How do you explain the rapid growth and global appeal of beach volleyball?
Put aside the charts, the graphics and the theory of the game. The answer is on television.
Mike O'Hara, who has been around the indoor and beach games almost his whole life, either playing or promoting, explains in one word:
O'Hara ran the volleyball venue at the 1984 Olympics in Los Angeles and one of his volunteers showed him a script for a series. O'Hara read it and told the writer to stick with it. Years later, the show debuted domestically, drew lackluster ratings and was canceled by NBC.
Only when the show went overseas did the ratings soar . . . and, for better or worse, Pamela Anderson Lee and David Hasselhoff became household names.
"The beach volleyball is the lifestyle--'Baywatch,' pretty ladies, hunky men," said O'Hara, who was a member of the U.S. national indoor team for 14 years.
Just as Europeans thought "Dallas" was typical of American life, "Baywatch" is now the standard. No matter that the only beaches in Minnesota and Wisconsin are on lakes and rivers and covered with snow and ice for months at a time.
"[Foreign viewers] think the United States is all 'Baywatch,' " O'Hara said.
It just goes to show that nearly every factor responsible for the growth of beach volleyball runs through Southern California.
The first two-man game was played in Santa Monica in the 1930s.
The founding fathers were all from Southern California--Bernie Holtzman and Gene Selznick in the '50s and Ron Von Hagen, who won 62 of the 100 tournaments he entered.
Then there are the telegenic stars of the modern era--the game's first millionaires, Sinjin Smith and Karch Kiraly, who are the beach versions of Jimmy Connors and John McEnroe--except these guys might dislike each other even more. But that's a story for another day.
The promoters, gurus and guardians of the game are all here too. O'Hara, whose company is in Pacific Palisades, was a major part of the push from the United States to get beach volleyball included in the Summer Olympics in 1996, after it had appeared as a demonstration sport at Barcelona in 1992.
And NBA fans may know Leonard Armato primarily as Shaq's agent, but the local attorney was a pivotal figure in beach volleyball back in the days when Shaq was still a kid.
Armato, a co-promoter of the World Championships of Beach Volleyball, running Wednesday through Saturday at the L.A. Tennis Center at UCLA, gave the players a voice in the game when they formed the Assn. of Volleyball Professionals (AVP) in 1983. He got cable television coverage of all the tour's events by 1989.
Prize money went from a few thousand dollars to more than a million, seemingly with the swiftness of a serve by Adam Johnson.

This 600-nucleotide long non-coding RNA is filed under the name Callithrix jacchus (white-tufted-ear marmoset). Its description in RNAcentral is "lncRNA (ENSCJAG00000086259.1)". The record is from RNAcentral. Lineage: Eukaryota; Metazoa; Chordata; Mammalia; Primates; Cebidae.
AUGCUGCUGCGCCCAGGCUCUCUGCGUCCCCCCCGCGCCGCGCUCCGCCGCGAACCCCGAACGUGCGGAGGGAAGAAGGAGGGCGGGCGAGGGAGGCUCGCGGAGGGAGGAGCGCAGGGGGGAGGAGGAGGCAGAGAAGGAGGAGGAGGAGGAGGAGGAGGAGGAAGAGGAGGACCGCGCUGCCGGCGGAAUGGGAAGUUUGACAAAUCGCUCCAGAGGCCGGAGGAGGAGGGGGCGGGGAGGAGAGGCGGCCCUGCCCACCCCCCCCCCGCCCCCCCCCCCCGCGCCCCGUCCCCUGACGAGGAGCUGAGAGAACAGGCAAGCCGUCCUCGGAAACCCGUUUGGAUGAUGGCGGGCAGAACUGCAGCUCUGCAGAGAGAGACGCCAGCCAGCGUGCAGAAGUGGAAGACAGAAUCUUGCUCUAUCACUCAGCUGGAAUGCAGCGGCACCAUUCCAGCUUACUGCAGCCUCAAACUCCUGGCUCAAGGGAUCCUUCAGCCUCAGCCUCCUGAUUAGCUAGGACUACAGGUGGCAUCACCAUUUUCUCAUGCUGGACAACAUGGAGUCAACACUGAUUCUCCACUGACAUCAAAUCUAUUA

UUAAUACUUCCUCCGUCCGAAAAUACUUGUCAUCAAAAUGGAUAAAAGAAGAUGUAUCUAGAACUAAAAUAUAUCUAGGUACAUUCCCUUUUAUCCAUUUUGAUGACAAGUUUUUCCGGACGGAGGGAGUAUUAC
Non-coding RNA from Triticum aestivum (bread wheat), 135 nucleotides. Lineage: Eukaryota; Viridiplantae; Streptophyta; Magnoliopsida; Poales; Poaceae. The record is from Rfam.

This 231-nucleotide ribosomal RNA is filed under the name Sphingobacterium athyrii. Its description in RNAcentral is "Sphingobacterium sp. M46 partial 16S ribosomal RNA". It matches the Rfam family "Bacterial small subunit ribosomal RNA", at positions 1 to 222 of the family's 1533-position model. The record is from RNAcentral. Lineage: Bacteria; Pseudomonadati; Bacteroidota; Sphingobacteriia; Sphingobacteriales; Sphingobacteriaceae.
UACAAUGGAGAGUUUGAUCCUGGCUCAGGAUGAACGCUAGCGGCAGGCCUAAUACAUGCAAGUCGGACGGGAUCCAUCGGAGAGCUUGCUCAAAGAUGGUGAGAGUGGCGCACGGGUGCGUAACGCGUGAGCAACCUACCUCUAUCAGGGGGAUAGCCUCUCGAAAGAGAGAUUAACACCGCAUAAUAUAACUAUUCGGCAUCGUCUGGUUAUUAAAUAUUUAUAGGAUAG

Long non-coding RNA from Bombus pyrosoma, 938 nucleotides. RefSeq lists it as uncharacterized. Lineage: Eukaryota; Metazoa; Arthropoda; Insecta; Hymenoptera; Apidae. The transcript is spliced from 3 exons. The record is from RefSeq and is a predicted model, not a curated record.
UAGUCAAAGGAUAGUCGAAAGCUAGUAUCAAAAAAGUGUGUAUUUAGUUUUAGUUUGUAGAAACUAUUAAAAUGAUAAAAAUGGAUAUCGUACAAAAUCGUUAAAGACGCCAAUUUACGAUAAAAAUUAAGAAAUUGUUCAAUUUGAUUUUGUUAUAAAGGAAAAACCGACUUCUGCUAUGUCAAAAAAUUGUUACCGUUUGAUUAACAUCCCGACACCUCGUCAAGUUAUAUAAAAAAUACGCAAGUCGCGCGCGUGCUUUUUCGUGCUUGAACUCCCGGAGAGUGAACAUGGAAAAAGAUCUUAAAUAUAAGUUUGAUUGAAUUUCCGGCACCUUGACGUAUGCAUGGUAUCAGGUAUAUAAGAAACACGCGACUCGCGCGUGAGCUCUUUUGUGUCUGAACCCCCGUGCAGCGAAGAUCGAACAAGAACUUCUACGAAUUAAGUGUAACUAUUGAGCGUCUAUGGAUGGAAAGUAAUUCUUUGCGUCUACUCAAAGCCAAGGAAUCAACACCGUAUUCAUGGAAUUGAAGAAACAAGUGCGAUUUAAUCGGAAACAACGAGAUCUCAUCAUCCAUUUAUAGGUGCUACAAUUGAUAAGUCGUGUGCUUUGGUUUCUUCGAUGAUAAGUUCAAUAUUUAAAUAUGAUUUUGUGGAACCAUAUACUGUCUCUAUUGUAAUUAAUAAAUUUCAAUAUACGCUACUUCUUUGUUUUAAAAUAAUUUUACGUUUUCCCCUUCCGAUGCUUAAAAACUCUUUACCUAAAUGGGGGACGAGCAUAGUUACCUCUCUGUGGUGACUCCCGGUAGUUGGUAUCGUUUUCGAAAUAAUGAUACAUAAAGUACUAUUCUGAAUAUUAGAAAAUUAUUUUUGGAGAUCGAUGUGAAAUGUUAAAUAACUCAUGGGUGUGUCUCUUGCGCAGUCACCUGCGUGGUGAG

"It represents the epitome of the Southern California lifestyle, a wonderful opportunity to have our office at the beach," Kiraly said. "That became attractive to a lot of sponsors who wanted to latch on to that Southern California identity, combined with a great spectator sport."
It's a far cry from the days of the first money event, a $5,000 tournament in 1976, Smith recalled.
"No money, no television, no exposure whatsoever," he said. "But you would get anywhere from 5,000 to 10,000 people out to watch those events. Somebody got the brilliant idea, 'Hey, there's a captive audience--let's put our name on these events.' "
There were stumbles in the sand along the way. But history has shown that the transition from socialism to capitalism isn't always smooth.
The top players, following their brethren in major league sports, went on strike in 1984, boycotting the World Championships, not only because of financial issues but also because they had so little influence in rule changes.
But things definitely have changed. Players once sweated through a 1984 event in Florida, playing 12-plus hours of matches in 100% humidity in a temperature of 105 degrees . . . for a total purse of $14,000.
At UCLA this week, the prize money is $600,000, which is more than some tennis tournaments pay.
And the rough-edged atmosphere has smoothed a bit. Only a few years ago, the scene was like a wild-west shootout on the beach.
"The game today, more or less, is pretty professional," Smith said. "You have referees, you have lines people, the players are relatively contained. [But] imagine the referee on the court is one of the players who just played the last game. There's no barrier between you and the crowd. Anything goes.
"Yelling, screaming, fighting--and all of it happened. In any given match, it was pretty crazy. And very, very entertaining to the public.
"Players would end up going into the crowd and actually mixing it up with the crowd and each other. You just don't see that today."
The reasons for the boom, said Kiraly, are his predecessors, TV and the inclusion of beach volleyball in the Olympics.